On Sunday afternoon, nearly two weeks into his self-imposed isolation at home in Delaware, Joe Biden joined a private conference call for 72 donors from the Atlanta area. Biden, now the all-but-presumptive Democratic presidential nominee in a race frozen by the coronavirus, had recently been taking heat for his relative absence in the national conversation while Donald Trump’s inept response to the crisis flooded cable TV and headlines. (“Where is Joe Biden?,” went the refrain from frustrated Bernie Sanders supporters, some jittery Biden fans, and plenty of Trumpy trolls.) On the phone — a substitute for the in-person address he’d been scheduled to give donors gathered by former Coca-Cola CEO and chairman Muhtar Kent — he criticized the president and congressional Republicans, insisted that true leadership required truth-telling, downplayed fears that Trump could postpone the general election, and told his donors that his team had been turning his rec room into a makeshift TV studio so he could start addressing the nation from there, starting Monday. This was the obvious topic of the day, but a supporter on the line had another question, too. What about his running mate? A week earlier Biden had publicly promised to pick a woman, but now he broke some more news: “I have to start that vetting process relatively soon, meaning in a matter of weeks,” he told the donors, adding that he’d soon look closely at “six or seven” options.
If anything, he was underplaying how seriously he’s been thinking about the decision. At the very least, he’s been understating how deeply he’s talked it through with allies in informal conversations, especially in the days since the global crisis stuck him at home. And not one of the top Biden associates I spoke with in the last week had much doubt where he would ultimately focus a lot of his eventual vetting: his former rivals Kamala Harris, Elizabeth Warren, and Amy Klobuchar. Realistically, a congressman close to the Biden inner circle predicted, no matter what happens, “the final five will include those three.”
Keeping in mind his own experience and his age, the former veep, 77, has always insisted to friends that his running mate must be ready to be president. But people close to him say he has recently become increasingly explicit that he may be choosing his own replacement, and that the candidates’ competence is now likely to be front and center in his considerations. “He’s been clear that he wants to pick someone who can be president if something happens to him,” a senior Democrat in close contact with the Biden team told me. It’s a point he’s made on recent calls with political allies, and even with his former boss. In the past few weeks, Biden has reached out to Barack Obama — who has yet to endorse him — to ask for general guidance as he pivots toward life as the nominee, tries navigating the coronavirus response, and looks for a partner, according to multiple Democrats familiar with the conversation. “I’ve actually talked to Barack about this,” Biden told his Atlanta donors. “The most important thing is that there has to be someone who, the day after they’re picked, is prepared to be president of the United States of America, if something happened.”
In chats with advisers and outside allies, he’s been loosely outlining the criteria that are now most important for him. “The reason why it worked for Barack and me so well is we agreed substantively on every major issue. We disagreed on some tactical ways to approach the issues,” Biden said on the call. (This isn’t quite an accurate retelling of their eight-year working relationship, but nonetheless a that’s-so-Joe thing to casually throw out there.) “So it’s going to be important that whomever I pick is completely comfortable with my policy prescriptions, as to how we move forward.” In private, he’s grown especially firm on this point, though when other benchmarks are brought up in conversation — like finding someone who can help him win the Rust Belt states in November — he agrees those are important, too.
Still, “I would put ‘someone who he’s comfortable with ideologically’ as number two [in importance],” said the congressman close to his team. The coronavirus crisis has elevated the main concern: “Number one is finding someone who is absolutely, undeniably ready to do the job if the unimaginable happens.” According to a handful of Biden’s close allies, this may render the case for some potential candidates who’ve never held statewide elected office — like former Georgia house minority leader Stacey Abrams, former acting attorney general Sally Yates, or Atlanta mayor Keisha Lance Bottoms — harder to make.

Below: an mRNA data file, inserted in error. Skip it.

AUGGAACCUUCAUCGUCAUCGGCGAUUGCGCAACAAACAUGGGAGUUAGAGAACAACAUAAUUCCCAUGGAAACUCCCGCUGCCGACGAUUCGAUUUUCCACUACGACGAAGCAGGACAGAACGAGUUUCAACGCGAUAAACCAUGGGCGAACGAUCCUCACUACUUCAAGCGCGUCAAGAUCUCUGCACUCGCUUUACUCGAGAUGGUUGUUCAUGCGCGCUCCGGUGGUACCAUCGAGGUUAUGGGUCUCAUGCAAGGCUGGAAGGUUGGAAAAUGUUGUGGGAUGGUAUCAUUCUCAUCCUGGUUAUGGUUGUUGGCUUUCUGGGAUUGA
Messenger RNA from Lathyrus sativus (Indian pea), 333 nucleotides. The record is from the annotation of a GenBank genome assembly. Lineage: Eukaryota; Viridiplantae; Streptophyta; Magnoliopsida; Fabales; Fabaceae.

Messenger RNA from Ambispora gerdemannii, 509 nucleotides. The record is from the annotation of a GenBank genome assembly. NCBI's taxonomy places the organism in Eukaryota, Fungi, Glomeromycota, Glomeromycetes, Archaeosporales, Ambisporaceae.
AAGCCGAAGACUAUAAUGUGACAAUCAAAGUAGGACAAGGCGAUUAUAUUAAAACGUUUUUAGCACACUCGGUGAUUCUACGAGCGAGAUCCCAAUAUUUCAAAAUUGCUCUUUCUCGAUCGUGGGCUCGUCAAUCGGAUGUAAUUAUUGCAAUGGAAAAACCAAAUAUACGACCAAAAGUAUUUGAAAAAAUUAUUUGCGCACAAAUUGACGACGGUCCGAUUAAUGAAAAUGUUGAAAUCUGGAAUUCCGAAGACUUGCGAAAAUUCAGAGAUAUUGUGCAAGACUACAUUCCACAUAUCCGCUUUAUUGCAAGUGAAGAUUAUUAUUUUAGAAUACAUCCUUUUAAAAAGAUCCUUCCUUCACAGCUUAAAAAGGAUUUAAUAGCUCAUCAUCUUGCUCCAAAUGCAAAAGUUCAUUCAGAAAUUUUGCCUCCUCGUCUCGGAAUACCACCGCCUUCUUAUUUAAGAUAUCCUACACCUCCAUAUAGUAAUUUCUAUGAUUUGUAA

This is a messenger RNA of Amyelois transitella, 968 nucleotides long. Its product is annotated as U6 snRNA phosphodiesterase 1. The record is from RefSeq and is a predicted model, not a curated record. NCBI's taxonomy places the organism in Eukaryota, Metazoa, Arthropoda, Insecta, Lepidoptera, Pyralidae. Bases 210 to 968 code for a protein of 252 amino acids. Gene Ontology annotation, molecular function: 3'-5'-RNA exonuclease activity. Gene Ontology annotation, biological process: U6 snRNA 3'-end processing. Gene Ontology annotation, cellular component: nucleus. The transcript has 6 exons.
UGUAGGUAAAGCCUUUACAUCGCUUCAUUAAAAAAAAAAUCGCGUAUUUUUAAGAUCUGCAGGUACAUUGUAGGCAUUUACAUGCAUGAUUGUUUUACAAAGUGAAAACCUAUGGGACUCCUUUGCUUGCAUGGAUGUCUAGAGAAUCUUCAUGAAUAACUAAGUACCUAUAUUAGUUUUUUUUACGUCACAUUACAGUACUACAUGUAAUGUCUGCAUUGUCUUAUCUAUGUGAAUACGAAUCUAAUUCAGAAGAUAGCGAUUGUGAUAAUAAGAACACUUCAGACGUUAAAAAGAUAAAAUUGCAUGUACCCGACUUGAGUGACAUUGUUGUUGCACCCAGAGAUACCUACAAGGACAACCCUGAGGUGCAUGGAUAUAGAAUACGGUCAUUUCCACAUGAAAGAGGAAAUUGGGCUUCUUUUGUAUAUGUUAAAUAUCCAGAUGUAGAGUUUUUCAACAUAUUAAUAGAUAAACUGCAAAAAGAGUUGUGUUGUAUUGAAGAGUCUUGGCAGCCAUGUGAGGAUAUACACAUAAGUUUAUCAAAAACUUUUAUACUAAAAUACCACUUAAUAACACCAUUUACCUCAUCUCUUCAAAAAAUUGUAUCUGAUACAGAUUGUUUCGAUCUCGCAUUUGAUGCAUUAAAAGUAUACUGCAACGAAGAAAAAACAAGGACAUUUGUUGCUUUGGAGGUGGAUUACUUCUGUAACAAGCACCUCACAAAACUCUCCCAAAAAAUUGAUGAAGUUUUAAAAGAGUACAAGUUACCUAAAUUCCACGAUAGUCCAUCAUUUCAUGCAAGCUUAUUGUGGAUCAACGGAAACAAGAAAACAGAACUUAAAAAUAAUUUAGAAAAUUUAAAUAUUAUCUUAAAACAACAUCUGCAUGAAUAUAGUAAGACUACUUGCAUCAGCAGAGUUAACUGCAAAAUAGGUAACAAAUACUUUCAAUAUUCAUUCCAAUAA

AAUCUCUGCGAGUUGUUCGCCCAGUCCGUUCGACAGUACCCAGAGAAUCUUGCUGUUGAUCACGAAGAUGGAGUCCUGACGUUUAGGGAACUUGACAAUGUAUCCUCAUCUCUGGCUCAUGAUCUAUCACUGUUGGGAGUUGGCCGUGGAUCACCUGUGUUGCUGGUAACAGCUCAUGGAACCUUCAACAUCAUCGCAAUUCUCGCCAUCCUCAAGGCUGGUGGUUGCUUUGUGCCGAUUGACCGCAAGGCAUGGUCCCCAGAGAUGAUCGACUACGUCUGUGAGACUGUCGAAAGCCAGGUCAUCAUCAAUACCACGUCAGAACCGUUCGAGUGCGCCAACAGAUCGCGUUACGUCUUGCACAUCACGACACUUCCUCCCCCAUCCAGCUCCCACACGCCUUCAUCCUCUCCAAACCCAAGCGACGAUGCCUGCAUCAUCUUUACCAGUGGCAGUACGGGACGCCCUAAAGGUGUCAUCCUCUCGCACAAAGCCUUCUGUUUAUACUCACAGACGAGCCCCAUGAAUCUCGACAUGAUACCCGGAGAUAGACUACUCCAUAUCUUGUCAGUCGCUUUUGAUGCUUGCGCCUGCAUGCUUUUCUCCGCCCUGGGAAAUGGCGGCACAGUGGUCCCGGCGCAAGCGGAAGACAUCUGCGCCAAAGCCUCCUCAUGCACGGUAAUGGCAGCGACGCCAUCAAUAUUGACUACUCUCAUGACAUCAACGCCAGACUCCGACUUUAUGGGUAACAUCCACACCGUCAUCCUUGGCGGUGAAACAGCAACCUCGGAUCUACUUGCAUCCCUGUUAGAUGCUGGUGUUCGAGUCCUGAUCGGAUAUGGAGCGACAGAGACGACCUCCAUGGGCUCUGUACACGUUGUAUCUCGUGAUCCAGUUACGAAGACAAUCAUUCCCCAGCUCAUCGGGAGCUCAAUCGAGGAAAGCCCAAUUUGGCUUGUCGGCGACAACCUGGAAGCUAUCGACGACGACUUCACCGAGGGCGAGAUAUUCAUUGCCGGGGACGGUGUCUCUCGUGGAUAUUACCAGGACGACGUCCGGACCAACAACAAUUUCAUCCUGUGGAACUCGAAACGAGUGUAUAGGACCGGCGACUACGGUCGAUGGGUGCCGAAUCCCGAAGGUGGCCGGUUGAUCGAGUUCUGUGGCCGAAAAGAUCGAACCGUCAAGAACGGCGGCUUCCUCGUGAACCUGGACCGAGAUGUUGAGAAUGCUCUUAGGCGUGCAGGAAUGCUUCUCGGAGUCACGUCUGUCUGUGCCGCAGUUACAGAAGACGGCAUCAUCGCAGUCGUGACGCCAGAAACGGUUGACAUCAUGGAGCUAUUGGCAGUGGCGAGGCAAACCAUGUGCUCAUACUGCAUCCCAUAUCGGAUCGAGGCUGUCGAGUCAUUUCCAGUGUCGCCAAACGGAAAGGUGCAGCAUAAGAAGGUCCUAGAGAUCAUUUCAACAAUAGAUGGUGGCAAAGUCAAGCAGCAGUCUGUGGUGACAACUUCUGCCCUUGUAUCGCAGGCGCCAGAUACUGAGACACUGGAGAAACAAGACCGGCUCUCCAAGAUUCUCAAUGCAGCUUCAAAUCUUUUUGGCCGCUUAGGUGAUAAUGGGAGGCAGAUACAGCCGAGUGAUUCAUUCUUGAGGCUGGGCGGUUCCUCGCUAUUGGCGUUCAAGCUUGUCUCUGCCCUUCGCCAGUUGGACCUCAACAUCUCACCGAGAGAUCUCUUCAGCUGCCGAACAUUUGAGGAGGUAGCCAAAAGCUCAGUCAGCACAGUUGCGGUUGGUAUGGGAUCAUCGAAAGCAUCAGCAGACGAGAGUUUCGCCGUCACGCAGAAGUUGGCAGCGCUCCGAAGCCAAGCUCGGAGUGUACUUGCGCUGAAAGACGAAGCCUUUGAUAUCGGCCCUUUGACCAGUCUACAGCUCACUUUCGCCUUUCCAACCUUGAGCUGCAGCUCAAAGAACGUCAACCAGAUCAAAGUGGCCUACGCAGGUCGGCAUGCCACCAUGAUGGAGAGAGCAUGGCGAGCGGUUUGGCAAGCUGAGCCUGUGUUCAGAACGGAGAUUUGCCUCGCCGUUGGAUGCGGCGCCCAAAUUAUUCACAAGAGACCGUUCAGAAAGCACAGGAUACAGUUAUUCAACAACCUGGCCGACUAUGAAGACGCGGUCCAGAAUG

This instinct has been reinforced in conversations Biden has had with top allies in recent weeks, in between his check-ins with leaders like Nancy Pelosi, Chuck Schumer, and a range of Democratic governors including Andrew Cuomo about their COVID-19 response plans. Some have made their preferences clear to Biden. Schumer, who is largely concerned about Democrats’ standing in the Senate, has been talking up Harris, whose seat would certainly be safe, and, according to Democrats who’ve spoken with him, has mentioned both Michigan governor Gretchen Whitmer and Florida congresswoman Val Demings, a former Orlando police chief and Trump impeachment manager. (If Warren were chosen, Massachusetts’ Republican governor could choose her temporary replacement; Minnesota is a swingy enough state to make Klobuchar’s vacated seat a potential target for the GOP.) South Carolina congressman Jim Clyburn, whose endorsement helped revive Biden’s chances at the nomination last month, has been publicly pushing for him to choose an African-American woman. And Biden has spoken with Harold Schaitberger, president of the International Association of Fire Fighters union that endorsed him as soon as he announced his candidacy last year. Schaitberger wouldn’t tell me who he suggested to Biden, but said having “multiple experiences, in the political, legislative, and executive parts of government are the ingredients. Plus, you need someone who has the chops, the gravitas.” Both Harris and Nevada’s Catherine Cortez Masto have served in the Senate and run statewide justice departments.
The lockdown may have also sped up Biden’s timeline while he and his campaign wrestle with their somewhat new, entirely uncomfortable reality: a likely nominee shoved far from the spotlight, with no obvious way into it. Biden’s decision to stick to Wilmington and send his Philadelphia-based campaign staff to work from home has coincided with a new campaign manager taking over his operation and trying to scale it up to general-election size, all while trying to find ways to replace Biden’s in-person fundraising and to negotiate an end to the primary against Sanders. In the last week, Biden’s team has been frustrated by the difficulty of breaking into the news cycle, fearing that offering shadow briefings to Trump’s would be perceived as overly political and might risk distracting from the work being done by Democratic governors like Cuomo and Washington’s Jay Inslee. They’ve decided, instead, that being opportunistic might be their best bet. On Monday they livestreamed a speech from Biden’s new studio, and on Tuesday he beamed into ABC, MSNBC, and CNN for interviews.